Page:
As commercial real estate professionals we are often inclined to love buildings and math. Discussing physical structures allows us to explore and pontificate on buildings systems and materials – concrete, electrical systems, curtain walls and plumbing fixtures – which to use and how use may impact operations or returns. Math makes it all work – yields, returns, income multipliers, waterfalls and splits.
Yet, we are in a business of people and arguably one of the most important terms in our business is “customer”. Often customers are associated with a salesperson, one waited upon at Nordstroms or a Starbucks – the person handed a shopping bag or a latte. Just as in retail, apartment developers, owners and investors must know their customer. Without question, knowing your customer will lead to more predictable returns, steadier cash flow – and our greatest aspiration, the ability to grow cash flow, thereby increasing returns at a higher rate.
Just who is our customer is a greater question – possibly the greatest question. Retail strategists live in a world of demographics and psychographics and ask very bleeding-edge questions such as a customer’s SoMoLo (Social – Mobile – Location – all questions about preferences and behaviors). The purpose is simple, knowing your customer allows you to better sell to them, and paramount to our business, retaining them.
One proxy for “who is our customer” is what they do, and more specifically stated, in what job sector do they work. Like all generalizations, on a case-by-case basis generalization are right as often as they are wrong; however, the use of job sector analysis can offer insights into the interests, desires and behaviors of our customers– and ultimately their renting (and renewing) behavior.
FIRE – Financial Services, Insurance & Real Estate
The FIRE sector is the most traditional of all job sectors and customarily thought of in the parlance of “white collar” jobs. Members of the FIRE sector wear suits (sometimes), have fairly traditional educational backgrounds and work in places where one can expect to see well-appointed elevator lobbies. There is no secret to the FIRE sector.
On the West Coast, many FIRE sector employees commute to work because downtowns in Seattle, LA and in small part, San Francisco, heretofore did not have a lot of residential housing – and many FIRE sector participants work in downtowns. This model is changing and learning the interests and habits of the FIRE sector is a sure-fire way to capture their rental dollars.
STEM – Science, Technology, Engineering & Math
The STEM sector is often one associated with education, and more specifically majors in post-secondary education. Increasingly, industry is thinking of STEM as the “tech” sector. Doing so is a gross generalization, yet helpful in framing a job sector beyond white collar/blue collar. STEM sector participants work at Microsoft, Google, Redfin, Facebook, Saleforce and Amazon.com.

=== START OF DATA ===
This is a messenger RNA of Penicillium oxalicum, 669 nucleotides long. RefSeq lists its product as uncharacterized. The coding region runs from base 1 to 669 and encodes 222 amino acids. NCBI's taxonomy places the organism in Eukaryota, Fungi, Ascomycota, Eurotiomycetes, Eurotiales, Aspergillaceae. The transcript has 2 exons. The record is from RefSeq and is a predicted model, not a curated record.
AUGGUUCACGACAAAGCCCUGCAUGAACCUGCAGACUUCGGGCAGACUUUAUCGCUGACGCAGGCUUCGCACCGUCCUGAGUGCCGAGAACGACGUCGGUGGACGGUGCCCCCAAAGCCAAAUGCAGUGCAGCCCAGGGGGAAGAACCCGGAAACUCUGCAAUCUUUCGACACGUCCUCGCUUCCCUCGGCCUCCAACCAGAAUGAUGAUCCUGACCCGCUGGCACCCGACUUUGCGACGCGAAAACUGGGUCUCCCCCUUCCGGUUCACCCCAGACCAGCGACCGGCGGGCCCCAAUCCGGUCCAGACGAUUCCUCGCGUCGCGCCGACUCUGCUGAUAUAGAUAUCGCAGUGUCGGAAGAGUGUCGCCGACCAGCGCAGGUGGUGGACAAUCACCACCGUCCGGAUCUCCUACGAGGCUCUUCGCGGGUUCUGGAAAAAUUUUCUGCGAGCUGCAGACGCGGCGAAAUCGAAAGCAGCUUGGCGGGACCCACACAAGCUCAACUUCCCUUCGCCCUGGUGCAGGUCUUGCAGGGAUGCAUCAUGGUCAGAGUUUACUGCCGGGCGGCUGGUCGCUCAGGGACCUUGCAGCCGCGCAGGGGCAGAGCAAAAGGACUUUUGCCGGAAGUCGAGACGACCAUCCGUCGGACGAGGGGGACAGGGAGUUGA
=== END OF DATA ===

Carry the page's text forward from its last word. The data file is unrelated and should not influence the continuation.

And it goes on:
Ascribing a company to a sector is simplistic, yet important in learning more about your customer (and their buying/renting decisions). A more complex analysis reveals as many misconceptions as it does insights. Isn’t Amazon.com a retailer? Redfin is a real estate brokerage, right? Are the renting predications of a Colliers real estate broker the same as a Redfin agent?
TAMI – Technology, Advertising, Marketing & Information
TAMI is STEM’s more advanced and specific big sister. The TAMI sector is a very business-centric and industry specific moniker. I owe my introduction to the TAMI sector to one of the sharpest minds in our industry, Jeff Daniels at AIG. The TAMI sector is born out of a marketing campaign in Lower Manhattan, yet is just as applicable in San Francisco’s Silicon Valley, Seattle’s Silicon Canal, Portland’s Silicon Forest or Los Angeles’ Silicon Beach.
My favorite example of TAMI sector behavior is digital marketing firm Smith’s 2012 move from Bellevue (where many of its clients are located), to Seattle’s authentic and patina’d Pioneer Square (where it could best attract and retain talent). TAMI knows what she wants.
TAMI sector employs like to work in neighborhoods like Portland’s Peal District, Santa Monica/Venice in West LA (or DTLA) and NYC’s DUMBO neighborhood. Where they work (and where their executives choose to locate operations) is very instructive in learning how to attract and retain a high-profile and high-paying renter cohort.
Optimizing Returns using a New Paradigm
Our discussion today is too short to direct with specificity how to convert job sector analysis to acquisition/operation/disposition strategy. The point is an introduction into a strategic methodology to address the increasing sophistication and competitiveness of our industry – start with the customer.
Much like retail marketers live in a world of “customer acquisition strategy” – as well as “customer retention strategy” – we must explore investment paradigms to increase investment thesis accuracy, optimization and competitiveness, and thereby returns. Knowing and studying job sectors is a great first step to best form your apartment investment strategies and optimize operations. Anyone up for a SoMoLo analysis? Give me a call.